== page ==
Monday, October 03, 2016

Writing prompts: an outing with Mommy, and choosing baby names

As I've already said before on this blog, when my writers' group meets every second Monday evening, we often do a freewriting exercise with a short phrase or word to prompt us. We set a timer for ten minutes and just write, going wherever that prompt takes us. Reading our freewrites aloud afterward is the best part, because we inevitably end up marveling at how different our approaches to the same prompt can be. 

In this post I've reproduced a couple of the pieces I've done recently. (I only edited two, uh, choice words -- this is a family blog, after all...) They're not too profound, but they're fun; I hope you enjoy them!

(And if you'd like to read some of my past efforts, you can do so at the following links:
"Empty pockets; park bench" 
"Cats and phones"
"Hardware store; train station" )


The prompt was "It was over in seconds."

I think my mother is lying to me.

She told me we're taking a ride in the car to see a nice lady who might give me a Dora the Explorer sticker. She said there's a place to play with toys and look at books and we can go up in an elevator. "Won't that be fun??!!" she said with an extra cheerful voice.

I'm starting to get very suspicious.

"Here's the elevator, sweetie!" she says. "Look, I'm going to press the number four."

She presses it and the big doors swoop shut. My tummy turns over as we start moving. What is this place? What terrible thing does my mommy have in store for me?

We stop at a desk and talk to a grumpy looking lady behind a glass. Then we go to a room where there is just one dollhouse but no dolls, and a couple of colouring books with ripped pages.

Another lady calls my name. "Kaitlyn?" My mother takes me into a little room and the lady says, "So you're here for a little shot, are you, Kaitlyn?"

WHAT? I think. I realize I have been tricked. I knew it all along. I look at the door, but I can't get to it because my mother is holding me tightly on her lap.

The lady grabs my arm and wipes it with a little wet pad. "This'll be over in just a second," she said.

I have heard those words before:
-  as my mother made me swallow yucky medicine
- as my mother ripped a bandage off my knee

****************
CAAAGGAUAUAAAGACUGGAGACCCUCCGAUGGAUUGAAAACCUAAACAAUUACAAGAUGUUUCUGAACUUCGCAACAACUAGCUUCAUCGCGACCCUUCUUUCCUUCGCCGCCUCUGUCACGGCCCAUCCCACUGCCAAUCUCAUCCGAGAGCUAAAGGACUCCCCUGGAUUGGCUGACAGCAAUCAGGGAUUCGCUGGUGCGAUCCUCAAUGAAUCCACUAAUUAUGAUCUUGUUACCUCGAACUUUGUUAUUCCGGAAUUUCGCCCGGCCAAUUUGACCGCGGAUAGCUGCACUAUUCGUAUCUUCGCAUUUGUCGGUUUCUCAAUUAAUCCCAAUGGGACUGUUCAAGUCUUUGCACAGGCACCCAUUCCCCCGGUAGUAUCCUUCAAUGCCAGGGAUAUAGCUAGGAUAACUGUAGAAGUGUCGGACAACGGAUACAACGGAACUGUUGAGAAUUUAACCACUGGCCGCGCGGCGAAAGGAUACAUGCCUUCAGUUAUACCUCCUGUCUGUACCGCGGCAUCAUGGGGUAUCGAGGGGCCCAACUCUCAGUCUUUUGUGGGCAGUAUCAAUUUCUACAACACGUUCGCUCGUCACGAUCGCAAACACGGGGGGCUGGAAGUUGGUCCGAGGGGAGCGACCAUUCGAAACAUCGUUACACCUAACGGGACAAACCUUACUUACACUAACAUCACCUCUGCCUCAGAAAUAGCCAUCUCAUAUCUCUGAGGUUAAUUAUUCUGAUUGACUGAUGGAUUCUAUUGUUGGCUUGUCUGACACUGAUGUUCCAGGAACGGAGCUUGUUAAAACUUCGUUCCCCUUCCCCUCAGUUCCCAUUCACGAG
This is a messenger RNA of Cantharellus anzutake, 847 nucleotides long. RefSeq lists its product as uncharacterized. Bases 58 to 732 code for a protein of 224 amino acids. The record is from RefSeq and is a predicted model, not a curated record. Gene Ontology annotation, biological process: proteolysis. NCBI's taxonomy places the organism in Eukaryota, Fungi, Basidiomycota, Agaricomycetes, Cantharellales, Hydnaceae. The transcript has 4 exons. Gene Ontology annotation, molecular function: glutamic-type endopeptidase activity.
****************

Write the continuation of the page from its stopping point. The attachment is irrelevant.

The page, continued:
Every instance of these words has had to do with my mother.

The lady sticks in the needle.


The prompt was "phobia."

I'm riding the bus home one night, and the couple across from me is discussing baby names. The woman is using her phone to come up with names online.

"How about Ivy?" the woman says.

"Nah. She'll get called Poison Ivy," says the man.

"Violet?" the woman says.

The man says, "That sounds like somebody's grandmother. I still think Jennifer would be nice."

"But there are a million Jennifers out there," says the woman. "I want something unique -- special."

The man grunts.

The woman says, "How about this?"

The man looks at the screen. "Phobia? Who the heck names a baby Phobia?"

"That's PHOEBE, not Phobia. You know, Phoebe like on Friends."

"What's Friends?" the man says.

"That TV show. One of the women on that show was named Phoebe."

"Was that the one played by Jennifer Aniston?" he asks.

"No, Lisa Kudrow. Lisa Kudrow played Phoebe."

"How about Lisa?" the guy says.

"I hate Lisa," she says. "I used to know a Lisa and I hated her. She was a b---h."

"Do you have a Lisa phobia?" he asks.

I had to reach up and ring the bell for my stop at that point. When I got off, she was no longer speaking to him.



  1. Oh that bus conversation! Hilarious! You are so talented, Jeannie.

    1. Thanks, Betsy! I had a lot of fun with it. (What's really funny is that another woman in my writing group also riffed on the words Phoebe/phobia in her free-writing piece, but in a totally different way.) Glad you enjoyed reading this.

  2. The over in seconds post made me cringe, not because I don't like shots - they don't bother me at all - but because parenting it fraught with pitfalls and I could see the one that mom was about to fall into from a long way off.

    The phobia post made me laugh. "How about Lisa?" What a hoot!

    1. Interesting you should say that about the "over in seconds" one, Tim -- when I wrote it I was thinking of it in a humorous way, but someone else also mentioned that it's kind of serious, too. I can see how for a child that could be just one of many betrayals, and for a parent it could be just plain old survival! Thanks for reading and commenting; it's kind of fun sharing these to show what a single small phrase can lead to.


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